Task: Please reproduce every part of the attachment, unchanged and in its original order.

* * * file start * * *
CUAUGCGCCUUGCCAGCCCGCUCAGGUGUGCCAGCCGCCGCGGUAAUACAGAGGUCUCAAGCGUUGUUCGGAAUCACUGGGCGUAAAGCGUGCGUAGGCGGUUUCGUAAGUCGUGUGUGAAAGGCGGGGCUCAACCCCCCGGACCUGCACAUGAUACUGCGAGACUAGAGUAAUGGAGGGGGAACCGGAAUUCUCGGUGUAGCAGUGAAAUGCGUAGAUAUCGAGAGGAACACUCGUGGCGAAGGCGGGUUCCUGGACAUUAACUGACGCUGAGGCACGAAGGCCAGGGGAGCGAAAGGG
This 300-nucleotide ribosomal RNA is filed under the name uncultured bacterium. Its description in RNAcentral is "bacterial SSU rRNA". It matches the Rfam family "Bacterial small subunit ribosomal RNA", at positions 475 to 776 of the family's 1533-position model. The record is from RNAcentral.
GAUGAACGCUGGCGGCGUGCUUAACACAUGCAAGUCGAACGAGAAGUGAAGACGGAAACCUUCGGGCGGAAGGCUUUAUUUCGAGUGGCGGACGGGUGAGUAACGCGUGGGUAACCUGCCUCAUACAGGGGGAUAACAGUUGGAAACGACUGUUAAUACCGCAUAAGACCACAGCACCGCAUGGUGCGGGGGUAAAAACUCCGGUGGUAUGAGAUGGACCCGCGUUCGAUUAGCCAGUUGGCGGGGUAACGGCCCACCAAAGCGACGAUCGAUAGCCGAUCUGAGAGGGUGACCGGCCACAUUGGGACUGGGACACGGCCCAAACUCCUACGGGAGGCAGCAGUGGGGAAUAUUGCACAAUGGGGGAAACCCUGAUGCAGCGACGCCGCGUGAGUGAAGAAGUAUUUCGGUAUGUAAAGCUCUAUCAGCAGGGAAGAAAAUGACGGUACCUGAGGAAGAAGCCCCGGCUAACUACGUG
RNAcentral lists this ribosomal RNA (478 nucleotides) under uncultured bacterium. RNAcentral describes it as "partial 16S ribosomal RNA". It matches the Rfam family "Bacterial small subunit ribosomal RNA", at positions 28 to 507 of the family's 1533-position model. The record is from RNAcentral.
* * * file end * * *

CUAUGCGCCUUGCCAGCCCGCUCAGGUGUGCCAGCCGCCGCGGUAAUACAGAGGUCUCAAGCGUUGUUCGGAAUCACUGGGCGUAAAGCGUGCGUAGGCGGUUUCGUAAGUCGUGUGUGAAAGGCGGGGCUCAACCCCCCGGACCUGCACAUGAUACUGCGAGACUAGAGUAAUGGAGGGGGAACCGGAAUUCUCGGUGUAGCAGUGAAAUGCGUAGAUAUCGAGAGGAACACUCGUGGCGAAGGCGGGUUCCUGGACAUUAACUGACGCUGAGGCACGAAGGCCAGGGGAGCGAAAGGG
This 300-nucleotide ribosomal RNA is filed under the name uncultured bacterium. Its description in RNAcentral is "bacterial SSU rRNA". It matches the Rfam family "Bacterial small subunit ribosomal RNA", at positions 475 to 776 of the family's 1533-position model. The record is from RNAcentral.
GAUGAACGCUGGCGGCGUGCUUAACACAUGCAAGUCGAACGAGAAGUGAAGACGGAAACCUUCGGGCGGAAGGCUUUAUUUCGAGUGGCGGACGGGUGAGUAACGCGUGGGUAACCUGCCUCAUACAGGGGGAUAACAGUUGGAAACGACUGUUAAUACCGCAUAAGACCACAGCACCGCAUGGUGCGGGGGUAAAAACUCCGGUGGUAUGAGAUGGACCCGCGUUCGAUUAGCCAGUUGGCGGGGUAACGGCCCACCAAAGCGACGAUCGAUAGCCGAUCUGAGAGGGUGACCGGCCACAUUGGGACUGGGACACGGCCCAAACUCCUACGGGAGGCAGCAGUGGGGAAUAUUGCACAAUGGGGGAAACCCUGAUGCAGCGACGCCGCGUGAGUGAAGAAGUAUUUCGGUAUGUAAAGCUCUAUCAGCAGGGAAGAAAAUGACGGUACCUGAGGAAGAAGCCCCGGCUAACUACGUG
RNAcentral lists this ribosomal RNA (478 nucleotides) under uncultured bacterium. RNAcentral describes it as "partial 16S ribosomal RNA". It matches the Rfam family "Bacterial small subunit ribosomal RNA", at positions 28 to 507 of the family's 1533-position model. The record is from RNAcentral.